This should be and was intended to be a review of the most recent (and final 😭) book in Sarah Driver’s Huntress Trilogy: Storm (kindly sent to me by Egmont, thank you). However, as it’s the last book in the trilogy, I’m finding it impossible to limit myself to  review of that book without touching on the other books too, so it’s a review of the series as a whole, but weighted towards Storm.

I read Sea in March 2017 when it was first released. In the same month, I read Kiran Milwood Hargrave’s ‘Girl of Ink and Stars‘ and Philip Pullman’s ‘His Dark Materials‘. It was a time of uncertainty at work, though I was just about on the up again after what had been a horrible, anxiety filled year. My scrapbook/journal/call-it-what-you-will entry on finishing all three books simply reads:


Heart-strong, battle-ready and fierce with determination and loyalty, Mouse is one of those characters who I instantly loved and believed in. I’ve said it before and will no doubt bang on about it again, but my favourite characters are those who aren’t perfect and who feel ‘real’ and Mouse definitely ticks those boxes.

When we meet her in ‘Sea’, she is an all-too recognisable impulsive, opinionated and fiery girl who is desperate to grow up and follow in her Grandma’s footsteps as Captain of The Huntress. When we reach her adventures in ‘Storm’, she’s retained the very essence of what makes her ‘her’ and what makes her so endearing as a character (the book opens with her tired of being cooped up for protection and yearning to rove and continue on her quest, and we still see her make some questionable decisions putting herself in danger in order to defy the adults who think they know best) but she has learned a lot and grown too – more open to others (and their help) and finally recognising that being a Captain is about more than giving orders. It’s been such a well-written, realistic and subtle change over the books and lovely to see.

Similarly, her relationship with her brother, Sparrow, hits the nail on the siblings head. There’s a great post here from Sarah Driver about siblings in stories and writing Sparrow and Mouse in which she talks about the importance of not “sugar-coating their reality, with all the tears, frustration, jealousy and fighting that are often part of the deal, despite the strength of the bond and the foundations of love underneath.” And this comes across so strongly with Mouse (“stinker”, “fool-heart”) and Sparrow (“too-soon”, “slackwit”) and their devotion to and protection of each other, despite their bickering and chalk-and-cheese nature.

And this is without mentioning the many other wonderful characters and relationships we encounter throughout the books (Grandma Wren, Crow, Kes and Egret, Bear, The Skybrarian – oh, how much I love the Skybrary and Skybrarian! – …even the despicable Stag) – a great and true mixture of personalities, talents, traits and flaws, all of which make for a fantastic cast and a story that’s never dull and full of challenges, excitement and empathy.

The two other things I absolutely loved about these books was the world-building and the language.

There are many comparisons to Pullman in other reviews, and I think it’s the sheer imagination shown in the creatures and worlds created here that do that. The word-choice, phrasing and vocabulary is a delight, reading as a language unique to the world(s) the stories are set in, which is wonderfully immersive and exciting.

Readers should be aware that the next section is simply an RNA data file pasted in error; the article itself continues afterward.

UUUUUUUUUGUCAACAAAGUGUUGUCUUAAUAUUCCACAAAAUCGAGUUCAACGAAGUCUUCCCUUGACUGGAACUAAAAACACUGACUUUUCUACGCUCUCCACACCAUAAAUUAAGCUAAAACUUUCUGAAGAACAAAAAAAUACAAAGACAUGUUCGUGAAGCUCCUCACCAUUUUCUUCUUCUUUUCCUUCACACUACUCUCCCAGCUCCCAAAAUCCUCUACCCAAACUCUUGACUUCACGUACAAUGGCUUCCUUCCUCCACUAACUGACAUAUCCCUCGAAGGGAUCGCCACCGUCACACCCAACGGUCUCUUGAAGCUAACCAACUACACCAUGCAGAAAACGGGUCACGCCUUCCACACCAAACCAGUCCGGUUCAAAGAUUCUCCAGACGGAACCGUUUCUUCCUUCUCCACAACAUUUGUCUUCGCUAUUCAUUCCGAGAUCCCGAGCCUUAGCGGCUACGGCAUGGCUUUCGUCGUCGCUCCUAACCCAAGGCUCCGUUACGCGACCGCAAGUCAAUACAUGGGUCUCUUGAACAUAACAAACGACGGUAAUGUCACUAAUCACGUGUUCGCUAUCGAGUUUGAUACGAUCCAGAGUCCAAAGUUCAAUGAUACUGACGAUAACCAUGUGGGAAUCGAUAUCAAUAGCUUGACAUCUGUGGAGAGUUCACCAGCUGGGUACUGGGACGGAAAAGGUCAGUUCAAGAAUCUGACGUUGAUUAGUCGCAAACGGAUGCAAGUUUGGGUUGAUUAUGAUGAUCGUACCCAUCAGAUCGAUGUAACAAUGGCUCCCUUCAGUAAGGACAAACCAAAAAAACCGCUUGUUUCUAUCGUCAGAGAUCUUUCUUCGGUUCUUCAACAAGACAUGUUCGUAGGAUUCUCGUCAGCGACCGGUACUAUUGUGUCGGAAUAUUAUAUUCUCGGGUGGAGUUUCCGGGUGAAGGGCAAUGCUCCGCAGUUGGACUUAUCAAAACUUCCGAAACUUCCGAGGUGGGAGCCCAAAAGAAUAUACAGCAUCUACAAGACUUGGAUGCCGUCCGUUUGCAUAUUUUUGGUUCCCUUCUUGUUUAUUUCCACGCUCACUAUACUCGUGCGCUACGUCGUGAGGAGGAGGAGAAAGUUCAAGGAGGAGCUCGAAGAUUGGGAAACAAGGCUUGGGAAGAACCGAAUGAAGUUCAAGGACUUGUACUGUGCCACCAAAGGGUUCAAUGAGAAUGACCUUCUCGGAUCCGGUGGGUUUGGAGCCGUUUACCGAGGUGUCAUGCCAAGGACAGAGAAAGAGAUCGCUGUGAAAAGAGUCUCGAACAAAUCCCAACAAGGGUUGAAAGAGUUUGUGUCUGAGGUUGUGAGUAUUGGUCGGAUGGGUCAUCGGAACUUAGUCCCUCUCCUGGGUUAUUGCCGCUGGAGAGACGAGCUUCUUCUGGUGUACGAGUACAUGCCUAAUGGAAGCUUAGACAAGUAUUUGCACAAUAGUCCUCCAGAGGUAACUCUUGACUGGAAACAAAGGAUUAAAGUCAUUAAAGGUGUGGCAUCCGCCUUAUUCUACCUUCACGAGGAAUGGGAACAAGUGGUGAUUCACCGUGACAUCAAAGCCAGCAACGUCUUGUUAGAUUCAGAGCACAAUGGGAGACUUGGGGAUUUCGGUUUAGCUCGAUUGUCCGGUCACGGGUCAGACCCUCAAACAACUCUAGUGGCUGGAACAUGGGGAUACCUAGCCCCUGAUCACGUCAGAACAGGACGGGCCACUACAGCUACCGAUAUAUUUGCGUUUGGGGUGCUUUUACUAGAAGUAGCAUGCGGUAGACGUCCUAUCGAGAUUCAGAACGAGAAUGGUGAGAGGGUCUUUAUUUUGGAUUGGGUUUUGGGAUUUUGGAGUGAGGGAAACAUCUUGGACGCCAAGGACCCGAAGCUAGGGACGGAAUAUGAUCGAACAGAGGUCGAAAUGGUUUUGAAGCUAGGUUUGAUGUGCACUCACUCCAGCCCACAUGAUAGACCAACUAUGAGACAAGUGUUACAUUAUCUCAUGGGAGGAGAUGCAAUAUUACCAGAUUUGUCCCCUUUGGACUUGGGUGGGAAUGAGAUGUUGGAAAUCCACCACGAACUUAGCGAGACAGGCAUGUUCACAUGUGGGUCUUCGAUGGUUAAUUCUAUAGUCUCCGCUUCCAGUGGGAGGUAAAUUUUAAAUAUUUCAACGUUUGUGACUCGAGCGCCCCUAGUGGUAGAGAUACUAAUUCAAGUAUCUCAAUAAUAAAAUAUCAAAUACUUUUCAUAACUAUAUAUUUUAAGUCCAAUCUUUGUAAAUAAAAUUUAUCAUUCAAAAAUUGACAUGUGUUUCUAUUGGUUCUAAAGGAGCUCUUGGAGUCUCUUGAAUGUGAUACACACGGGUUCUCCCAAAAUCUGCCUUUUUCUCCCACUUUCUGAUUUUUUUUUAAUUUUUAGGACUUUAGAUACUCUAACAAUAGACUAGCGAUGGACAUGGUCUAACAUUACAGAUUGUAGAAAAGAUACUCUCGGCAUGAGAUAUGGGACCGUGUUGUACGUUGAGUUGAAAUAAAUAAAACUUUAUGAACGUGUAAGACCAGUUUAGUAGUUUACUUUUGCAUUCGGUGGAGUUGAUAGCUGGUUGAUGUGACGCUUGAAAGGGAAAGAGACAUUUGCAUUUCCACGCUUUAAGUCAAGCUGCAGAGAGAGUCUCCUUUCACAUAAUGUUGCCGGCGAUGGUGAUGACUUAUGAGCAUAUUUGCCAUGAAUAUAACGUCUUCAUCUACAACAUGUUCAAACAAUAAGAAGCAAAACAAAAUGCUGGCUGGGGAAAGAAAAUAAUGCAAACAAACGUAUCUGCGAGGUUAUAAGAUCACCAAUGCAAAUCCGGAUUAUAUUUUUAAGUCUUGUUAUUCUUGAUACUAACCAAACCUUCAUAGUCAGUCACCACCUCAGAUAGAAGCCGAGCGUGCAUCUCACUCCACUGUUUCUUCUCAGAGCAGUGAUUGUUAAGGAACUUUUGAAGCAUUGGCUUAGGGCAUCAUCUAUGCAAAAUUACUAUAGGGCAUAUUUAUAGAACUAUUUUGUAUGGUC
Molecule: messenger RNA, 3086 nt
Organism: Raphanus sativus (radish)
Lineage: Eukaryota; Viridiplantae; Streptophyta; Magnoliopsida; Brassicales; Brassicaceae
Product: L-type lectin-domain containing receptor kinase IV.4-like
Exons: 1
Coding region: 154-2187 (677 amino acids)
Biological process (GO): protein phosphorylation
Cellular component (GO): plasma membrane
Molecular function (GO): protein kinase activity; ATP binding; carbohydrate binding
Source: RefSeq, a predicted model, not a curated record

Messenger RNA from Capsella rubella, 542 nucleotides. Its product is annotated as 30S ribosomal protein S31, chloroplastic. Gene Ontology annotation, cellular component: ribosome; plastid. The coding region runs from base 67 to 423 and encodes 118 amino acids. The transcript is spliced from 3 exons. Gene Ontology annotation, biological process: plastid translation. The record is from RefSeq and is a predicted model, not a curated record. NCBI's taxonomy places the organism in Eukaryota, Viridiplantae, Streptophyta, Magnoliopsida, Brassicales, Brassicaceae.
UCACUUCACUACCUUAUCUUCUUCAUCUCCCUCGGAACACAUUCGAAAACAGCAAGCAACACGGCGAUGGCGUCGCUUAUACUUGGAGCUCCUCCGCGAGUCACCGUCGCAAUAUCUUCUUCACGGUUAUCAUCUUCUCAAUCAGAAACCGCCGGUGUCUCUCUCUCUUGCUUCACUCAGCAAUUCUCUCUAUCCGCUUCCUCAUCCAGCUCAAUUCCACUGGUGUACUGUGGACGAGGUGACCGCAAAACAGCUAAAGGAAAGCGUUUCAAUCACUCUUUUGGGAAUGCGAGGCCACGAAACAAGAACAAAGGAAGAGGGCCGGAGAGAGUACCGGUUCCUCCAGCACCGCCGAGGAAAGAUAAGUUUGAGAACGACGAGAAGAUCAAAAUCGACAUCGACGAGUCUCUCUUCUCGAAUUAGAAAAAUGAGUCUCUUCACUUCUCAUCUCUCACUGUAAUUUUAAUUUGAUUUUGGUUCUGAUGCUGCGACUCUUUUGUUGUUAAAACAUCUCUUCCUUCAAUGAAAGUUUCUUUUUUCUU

With the exception of Sea, which takes a bit more time to set a fantastically sea-salty scene, the description is often fast, brief and vivid as we often see it through Mouse’s racing mind as she’s in the thick of a chase/fight/escape. I found this added to the excitement and tangibility of the stories, though some younger readers may find it harder to take in (Though, I think for the younger MG age-range particularly, this would be a fantastic story to read aloud together, it reads like a story that begs to be spoken and shared).

The adventures throughout the trilogy take us through a myriad of places, where we meet a whole host of tribes and creatures: easy to identify with and liken to those which may be familiar to us, but different enough to be fantasy places, people and animals; from pirate-esque life at sea to tree-top dwellings to frozen wastelands (sorry, Axe-Thrower) to rumbling, smog-filled city life (which to me, at least, had something of Pratchett’s Ankh-Morpork about it) these books really do take you on a fantastic journey around ‘a’ world.

And so, to the story itself (after all that!) Over the course of the three books, we see Mouse (and Sparrow, and Crow…) hunting for the three Storm Opals (one each for Sea, Sky and Land) to keep them out of evil hands and restore peace and harmony to the Triannukka tribes.


Storm sees us in the latter stages of this hunt, and while I loved it, I can’t help but wonder whether it might have worked better either as a longer book, or as two books – one in the hunt for the Land Opal and one ‘grand finale’ so to speak. While it had the fantastic worlds, perilous adventures and diverse characters of the first, it felt rather rushed at times: like we didn’t have chance to settle into any of them before being whisked elsewhere. Personally, I’d have preferred more time spent on the journey to and time in the ‘Frozen Wastes’ in this one, with more time to explore the ‘Big Smoke’ and reach a less-hurried conclusion in a follow-up.

Similarly, there were times when Mouse’s behaviour just didn’t sit right (despite her growing up some): she spends a good part of the first half of the book being entirely distrustful of a particular character, which feels like the Mouse we know…only to jump head-first into telling her story and trusting a pretty unknown character in the second half, which just felt ‘un-Mousey’. More time for this relationship to build and develop gradually might have made this leap of faith more convincing.

However, those minor sticking points don’t mean it wasn’t still a fantastic book (I think I just preferred the first two)! This is still a thrilling, highly original and captivating adventure, filled with incredible lands, imagination (the Spiders in the city – what genius!) and hugely engaging characters. I am already looking forward to re-reading the trilogy as a whole (rather than with the gaps of waiting for the next installment!) as I think it will be even more enjoyable read like this, and can’t wait to see what Sarah Driver brings us next.